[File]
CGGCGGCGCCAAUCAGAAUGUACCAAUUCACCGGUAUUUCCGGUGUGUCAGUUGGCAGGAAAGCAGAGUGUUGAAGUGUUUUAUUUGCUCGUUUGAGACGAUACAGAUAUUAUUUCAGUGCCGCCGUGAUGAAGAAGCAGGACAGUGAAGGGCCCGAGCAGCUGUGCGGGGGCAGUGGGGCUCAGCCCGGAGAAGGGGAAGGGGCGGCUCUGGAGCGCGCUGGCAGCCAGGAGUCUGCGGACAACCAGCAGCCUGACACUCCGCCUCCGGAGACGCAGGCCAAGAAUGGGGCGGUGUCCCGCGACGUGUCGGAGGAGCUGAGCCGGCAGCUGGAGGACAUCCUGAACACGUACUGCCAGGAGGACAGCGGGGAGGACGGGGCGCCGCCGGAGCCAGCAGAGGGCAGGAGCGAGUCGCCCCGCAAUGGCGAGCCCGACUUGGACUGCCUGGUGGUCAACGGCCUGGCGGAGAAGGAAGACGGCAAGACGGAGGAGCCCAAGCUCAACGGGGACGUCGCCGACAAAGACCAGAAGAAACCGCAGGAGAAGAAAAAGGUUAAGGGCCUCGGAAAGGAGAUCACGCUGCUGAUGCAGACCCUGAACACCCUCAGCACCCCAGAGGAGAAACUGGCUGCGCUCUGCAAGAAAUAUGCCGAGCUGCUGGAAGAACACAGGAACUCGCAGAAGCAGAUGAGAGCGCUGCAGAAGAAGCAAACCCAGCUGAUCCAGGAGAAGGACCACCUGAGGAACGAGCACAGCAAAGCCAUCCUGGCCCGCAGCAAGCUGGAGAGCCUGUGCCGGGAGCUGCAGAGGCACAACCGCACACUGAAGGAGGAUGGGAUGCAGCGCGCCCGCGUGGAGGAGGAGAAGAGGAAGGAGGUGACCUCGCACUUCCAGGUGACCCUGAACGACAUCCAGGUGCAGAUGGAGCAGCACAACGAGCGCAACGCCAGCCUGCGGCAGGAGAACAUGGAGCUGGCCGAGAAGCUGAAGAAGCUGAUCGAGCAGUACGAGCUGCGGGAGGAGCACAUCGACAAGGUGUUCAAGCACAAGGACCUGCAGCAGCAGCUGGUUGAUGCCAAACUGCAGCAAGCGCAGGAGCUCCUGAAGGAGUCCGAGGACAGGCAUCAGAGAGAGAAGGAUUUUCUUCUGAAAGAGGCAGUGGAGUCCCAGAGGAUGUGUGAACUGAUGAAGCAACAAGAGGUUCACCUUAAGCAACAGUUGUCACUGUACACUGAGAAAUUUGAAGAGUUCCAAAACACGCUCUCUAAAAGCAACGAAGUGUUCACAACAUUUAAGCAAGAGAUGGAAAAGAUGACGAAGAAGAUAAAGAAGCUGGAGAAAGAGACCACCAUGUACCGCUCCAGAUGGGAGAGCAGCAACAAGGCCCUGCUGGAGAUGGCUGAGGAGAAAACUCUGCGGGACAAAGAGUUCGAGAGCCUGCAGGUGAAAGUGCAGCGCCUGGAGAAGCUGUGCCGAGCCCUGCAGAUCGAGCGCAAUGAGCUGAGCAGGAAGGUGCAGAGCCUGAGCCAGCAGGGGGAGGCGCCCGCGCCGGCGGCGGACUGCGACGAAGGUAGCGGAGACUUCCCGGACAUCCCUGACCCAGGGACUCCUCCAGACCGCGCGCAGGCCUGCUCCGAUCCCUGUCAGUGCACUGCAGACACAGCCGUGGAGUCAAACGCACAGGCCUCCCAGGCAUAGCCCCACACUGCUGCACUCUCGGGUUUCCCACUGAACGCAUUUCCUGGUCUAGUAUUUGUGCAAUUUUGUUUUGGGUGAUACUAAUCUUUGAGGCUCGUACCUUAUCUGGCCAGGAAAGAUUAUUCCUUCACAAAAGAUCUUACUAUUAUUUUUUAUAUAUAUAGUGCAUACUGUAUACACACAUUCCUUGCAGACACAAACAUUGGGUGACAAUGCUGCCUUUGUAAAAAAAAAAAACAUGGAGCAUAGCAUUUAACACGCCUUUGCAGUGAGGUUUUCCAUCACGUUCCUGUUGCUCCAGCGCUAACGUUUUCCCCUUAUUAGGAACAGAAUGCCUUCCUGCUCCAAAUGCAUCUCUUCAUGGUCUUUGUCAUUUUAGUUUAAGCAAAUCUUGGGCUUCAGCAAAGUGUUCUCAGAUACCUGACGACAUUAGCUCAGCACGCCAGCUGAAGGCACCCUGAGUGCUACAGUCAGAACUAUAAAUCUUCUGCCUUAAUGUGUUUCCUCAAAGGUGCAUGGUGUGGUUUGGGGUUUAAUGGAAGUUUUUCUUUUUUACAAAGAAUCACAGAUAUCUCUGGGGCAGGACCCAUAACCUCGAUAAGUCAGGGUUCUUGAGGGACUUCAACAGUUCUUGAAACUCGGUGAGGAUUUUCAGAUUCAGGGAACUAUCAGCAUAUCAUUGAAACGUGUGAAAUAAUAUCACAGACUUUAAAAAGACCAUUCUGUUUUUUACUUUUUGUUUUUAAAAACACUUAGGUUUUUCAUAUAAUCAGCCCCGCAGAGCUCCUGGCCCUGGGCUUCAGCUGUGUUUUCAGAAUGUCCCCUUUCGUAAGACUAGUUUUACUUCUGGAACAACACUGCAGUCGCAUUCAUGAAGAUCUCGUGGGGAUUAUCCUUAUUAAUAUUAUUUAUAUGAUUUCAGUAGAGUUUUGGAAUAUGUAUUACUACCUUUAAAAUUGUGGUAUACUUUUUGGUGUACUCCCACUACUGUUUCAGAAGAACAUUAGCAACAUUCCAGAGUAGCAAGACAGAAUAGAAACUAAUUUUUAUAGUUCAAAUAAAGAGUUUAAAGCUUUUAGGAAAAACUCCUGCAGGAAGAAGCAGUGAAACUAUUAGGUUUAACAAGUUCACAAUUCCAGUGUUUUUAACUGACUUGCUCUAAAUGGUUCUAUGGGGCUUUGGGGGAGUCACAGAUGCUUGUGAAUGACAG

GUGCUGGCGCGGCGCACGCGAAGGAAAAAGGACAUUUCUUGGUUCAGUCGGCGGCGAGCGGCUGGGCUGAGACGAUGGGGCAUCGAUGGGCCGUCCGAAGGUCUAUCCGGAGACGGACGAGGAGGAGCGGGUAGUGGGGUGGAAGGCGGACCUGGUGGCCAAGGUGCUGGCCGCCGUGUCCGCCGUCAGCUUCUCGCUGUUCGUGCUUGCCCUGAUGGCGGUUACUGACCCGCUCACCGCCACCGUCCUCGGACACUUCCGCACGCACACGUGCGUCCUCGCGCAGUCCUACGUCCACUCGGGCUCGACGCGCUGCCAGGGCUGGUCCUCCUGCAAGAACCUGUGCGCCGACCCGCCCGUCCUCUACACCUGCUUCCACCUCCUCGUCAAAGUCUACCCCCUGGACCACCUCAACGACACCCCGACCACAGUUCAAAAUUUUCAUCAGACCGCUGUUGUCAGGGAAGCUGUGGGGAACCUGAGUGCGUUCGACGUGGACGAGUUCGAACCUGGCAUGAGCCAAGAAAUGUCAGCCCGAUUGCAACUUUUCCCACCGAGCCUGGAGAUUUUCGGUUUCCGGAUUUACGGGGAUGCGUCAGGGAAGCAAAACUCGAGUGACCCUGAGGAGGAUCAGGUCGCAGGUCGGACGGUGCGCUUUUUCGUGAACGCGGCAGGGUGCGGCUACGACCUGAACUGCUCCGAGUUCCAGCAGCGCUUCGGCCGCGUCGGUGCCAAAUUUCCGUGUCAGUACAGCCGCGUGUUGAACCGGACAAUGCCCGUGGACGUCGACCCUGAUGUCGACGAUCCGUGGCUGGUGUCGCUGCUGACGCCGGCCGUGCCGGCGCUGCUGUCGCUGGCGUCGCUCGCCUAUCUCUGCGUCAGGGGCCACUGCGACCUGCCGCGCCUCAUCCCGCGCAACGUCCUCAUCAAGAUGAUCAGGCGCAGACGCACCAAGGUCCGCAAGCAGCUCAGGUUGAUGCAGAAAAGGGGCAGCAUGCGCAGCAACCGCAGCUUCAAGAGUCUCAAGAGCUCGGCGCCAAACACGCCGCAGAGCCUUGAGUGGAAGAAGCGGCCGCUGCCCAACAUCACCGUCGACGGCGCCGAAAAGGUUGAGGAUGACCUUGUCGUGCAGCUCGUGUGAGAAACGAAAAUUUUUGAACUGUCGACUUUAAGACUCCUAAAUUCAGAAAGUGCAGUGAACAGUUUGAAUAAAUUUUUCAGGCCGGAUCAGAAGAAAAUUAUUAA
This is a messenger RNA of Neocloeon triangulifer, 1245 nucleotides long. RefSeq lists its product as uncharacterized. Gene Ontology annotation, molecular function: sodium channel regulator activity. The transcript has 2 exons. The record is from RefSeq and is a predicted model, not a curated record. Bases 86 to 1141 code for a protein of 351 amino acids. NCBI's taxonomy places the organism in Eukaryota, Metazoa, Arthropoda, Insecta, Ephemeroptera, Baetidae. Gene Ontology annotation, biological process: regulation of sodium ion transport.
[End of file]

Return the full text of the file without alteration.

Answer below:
CGGCGGCGCCAAUCAGAAUGUACCAAUUCACCGGUAUUUCCGGUGUGUCAGUUGGCAGGAAAGCAGAGUGUUGAAGUGUUUUAUUUGCUCGUUUGAGACGAUACAGAUAUUAUUUCAGUGCCGCCGUGAUGAAGAAGCAGGACAGUGAAGGGCCCGAGCAGCUGUGCGGGGGCAGUGGGGCUCAGCCCGGAGAAGGGGAAGGGGCGGCUCUGGAGCGCGCUGGCAGCCAGGAGUCUGCGGACAACCAGCAGCCUGACACUCCGCCUCCGGAGACGCAGGCCAAGAAUGGGGCGGUGUCCCGCGACGUGUCGGAGGAGCUGAGCCGGCAGCUGGAGGACAUCCUGAACACGUACUGCCAGGAGGACAGCGGGGAGGACGGGGCGCCGCCGGAGCCAGCAGAGGGCAGGAGCGAGUCGCCCCGCAAUGGCGAGCCCGACUUGGACUGCCUGGUGGUCAACGGCCUGGCGGAGAAGGAAGACGGCAAGACGGAGGAGCCCAAGCUCAACGGGGACGUCGCCGACAAAGACCAGAAGAAACCGCAGGAGAAGAAAAAGGUUAAGGGCCUCGGAAAGGAGAUCACGCUGCUGAUGCAGACCCUGAACACCCUCAGCACCCCAGAGGAGAAACUGGCUGCGCUCUGCAAGAAAUAUGCCGAGCUGCUGGAAGAACACAGGAACUCGCAGAAGCAGAUGAGAGCGCUGCAGAAGAAGCAAACCCAGCUGAUCCAGGAGAAGGACCACCUGAGGAACGAGCACAGCAAAGCCAUCCUGGCCCGCAGCAAGCUGGAGAGCCUGUGCCGGGAGCUGCAGAGGCACAACCGCACACUGAAGGAGGAUGGGAUGCAGCGCGCCCGCGUGGAGGAGGAGAAGAGGAAGGAGGUGACCUCGCACUUCCAGGUGACCCUGAACGACAUCCAGGUGCAGAUGGAGCAGCACAACGAGCGCAACGCCAGCCUGCGGCAGGAGAACAUGGAGCUGGCCGAGAAGCUGAAGAAGCUGAUCGAGCAGUACGAGCUGCGGGAGGAGCACAUCGACAAGGUGUUCAAGCACAAGGACCUGCAGCAGCAGCUGGUUGAUGCCAAACUGCAGCAAGCGCAGGAGCUCCUGAAGGAGUCCGAGGACAGGCAUCAGAGAGAGAAGGAUUUUCUUCUGAAAGAGGCAGUGGAGUCCCAGAGGAUGUGUGAACUGAUGAAGCAACAAGAGGUUCACCUUAAGCAACAGUUGUCACUGUACACUGAGAAAUUUGAAGAGUUCCAAAACACGCUCUCUAAAAGCAACGAAGUGUUCACAACAUUUAAGCAAGAGAUGGAAAAGAUGACGAAGAAGAUAAAGAAGCUGGAGAAAGAGACCACCAUGUACCGCUCCAGAUGGGAGAGCAGCAACAAGGCCCUGCUGGAGAUGGCUGAGGAGAAAACUCUGCGGGACAAAGAGUUCGAGAGCCUGCAGGUGAAAGUGCAGCGCCUGGAGAAGCUGUGCCGAGCCCUGCAGAUCGAGCGCAAUGAGCUGAGCAGGAAGGUGCAGAGCCUGAGCCAGCAGGGGGAGGCGCCCGCGCCGGCGGCGGACUGCGACGAAGGUAGCGGAGACUUCCCGGACAUCCCUGACCCAGGGACUCCUCCAGACCGCGCGCAGGCCUGCUCCGAUCCCUGUCAGUGCACUGCAGACACAGCCGUGGAGUCAAACGCACAGGCCUCCCAGGCAUAGCCCCACACUGCUGCACUCUCGGGUUUCCCACUGAACGCAUUUCCUGGUCUAGUAUUUGUGCAAUUUUGUUUUGGGUGAUACUAAUCUUUGAGGCUCGUACCUUAUCUGGCCAGGAAAGAUUAUUCCUUCACAAAAGAUCUUACUAUUAUUUUUUAUAUAUAUAGUGCAUACUGUAUACACACAUUCCUUGCAGACACAAACAUUGGGUGACAAUGCUGCCUUUGUAAAAAAAAAAAACAUGGAGCAUAGCAUUUAACACGCCUUUGCAGUGAGGUUUUCCAUCACGUUCCUGUUGCUCCAGCGCUAACGUUUUCCCCUUAUUAGGAACAGAAUGCCUUCCUGCUCCAAAUGCAUCUCUUCAUGGUCUUUGUCAUUUUAGUUUAAGCAAAUCUUGGGCUUCAGCAAAGUGUUCUCAGAUACCUGACGACAUUAGCUCAGCACGCCAGCUGAAGGCACCCUGAGUGCUACAGUCAGAACUAUAAAUCUUCUGCCUUAAUGUGUUUCCUCAAAGGUGCAUGGUGUGGUUUGGGGUUUAAUGGAAGUUUUUCUUUUUUACAAAGAAUCACAGAUAUCUCUGGGGCAGGACCCAUAACCUCGAUAAGUCAGGGUUCUUGAGGGACUUCAACAGUUCUUGAAACUCGGUGAGGAUUUUCAGAUUCAGGGAACUAUCAGCAUAUCAUUGAAACGUGUGAAAUAAUAUCACAGACUUUAAAAAGACCAUUCUGUUUUUUACUUUUUGUUUUUAAAAACACUUAGGUUUUUCAUAUAAUCAGCCCCGCAGAGCUCCUGGCCCUGGGCUUCAGCUGUGUUUUCAGAAUGUCCCCUUUCGUAAGACUAGUUUUACUUCUGGAACAACACUGCAGUCGCAUUCAUGAAGAUCUCGUGGGGAUUAUCCUUAUUAAUAUUAUUUAUAUGAUUUCAGUAGAGUUUUGGAAUAUGUAUUACUACCUUUAAAAUUGUGGUAUACUUUUUGGUGUACUCCCACUACUGUUUCAGAAGAACAUUAGCAACAUUCCAGAGUAGCAAGACAGAAUAGAAACUAAUUUUUAUAGUUCAAAUAAAGAGUUUAAAGCUUUUAGGAAAAACUCCUGCAGGAAGAAGCAGUGAAACUAUUAGGUUUAACAAGUUCACAAUUCCAGUGUUUUUAACUGACUUGCUCUAAAUGGUUCUAUGGGGCUUUGGGGGAGUCACAGAUGCUUGUGAAUGACAG

GUGCUGGCGCGGCGCACGCGAAGGAAAAAGGACAUUUCUUGGUUCAGUCGGCGGCGAGCGGCUGGGCUGAGACGAUGGGGCAUCGAUGGGCCGUCCGAAGGUCUAUCCGGAGACGGACGAGGAGGAGCGGGUAGUGGGGUGGAAGGCGGACCUGGUGGCCAAGGUGCUGGCCGCCGUGUCCGCCGUCAGCUUCUCGCUGUUCGUGCUUGCCCUGAUGGCGGUUACUGACCCGCUCACCGCCACCGUCCUCGGACACUUCCGCACGCACACGUGCGUCCUCGCGCAGUCCUACGUCCACUCGGGCUCGACGCGCUGCCAGGGCUGGUCCUCCUGCAAGAACCUGUGCGCCGACCCGCCCGUCCUCUACACCUGCUUCCACCUCCUCGUCAAAGUCUACCCCCUGGACCACCUCAACGACACCCCGACCACAGUUCAAAAUUUUCAUCAGACCGCUGUUGUCAGGGAAGCUGUGGGGAACCUGAGUGCGUUCGACGUGGACGAGUUCGAACCUGGCAUGAGCCAAGAAAUGUCAGCCCGAUUGCAACUUUUCCCACCGAGCCUGGAGAUUUUCGGUUUCCGGAUUUACGGGGAUGCGUCAGGGAAGCAAAACUCGAGUGACCCUGAGGAGGAUCAGGUCGCAGGUCGGACGGUGCGCUUUUUCGUGAACGCGGCAGGGUGCGGCUACGACCUGAACUGCUCCGAGUUCCAGCAGCGCUUCGGCCGCGUCGGUGCCAAAUUUCCGUGUCAGUACAGCCGCGUGUUGAACCGGACAAUGCCCGUGGACGUCGACCCUGAUGUCGACGAUCCGUGGCUGGUGUCGCUGCUGACGCCGGCCGUGCCGGCGCUGCUGUCGCUGGCGUCGCUCGCCUAUCUCUGCGUCAGGGGCCACUGCGACCUGCCGCGCCUCAUCCCGCGCAACGUCCUCAUCAAGAUGAUCAGGCGCAGACGCACCAAGGUCCGCAAGCAGCUCAGGUUGAUGCAGAAAAGGGGCAGCAUGCGCAGCAACCGCAGCUUCAAGAGUCUCAAGAGCUCGGCGCCAAACACGCCGCAGAGCCUUGAGUGGAAGAAGCGGCCGCUGCCCAACAUCACCGUCGACGGCGCCGAAAAGGUUGAGGAUGACCUUGUCGUGCAGCUCGUGUGAGAAACGAAAAUUUUUGAACUGUCGACUUUAAGACUCCUAAAUUCAGAAAGUGCAGUGAACAGUUUGAAUAAAUUUUUCAGGCCGGAUCAGAAGAAAAUUAUUAA
This is a messenger RNA of Neocloeon triangulifer, 1245 nucleotides long. RefSeq lists its product as uncharacterized. Gene Ontology annotation, molecular function: sodium channel regulator activity. The transcript has 2 exons. The record is from RefSeq and is a predicted model, not a curated record. Bases 86 to 1141 code for a protein of 351 amino acids. NCBI's taxonomy places the organism in Eukaryota, Metazoa, Arthropoda, Insecta, Ephemeroptera, Baetidae. Gene Ontology annotation, biological process: regulation of sodium ion transport.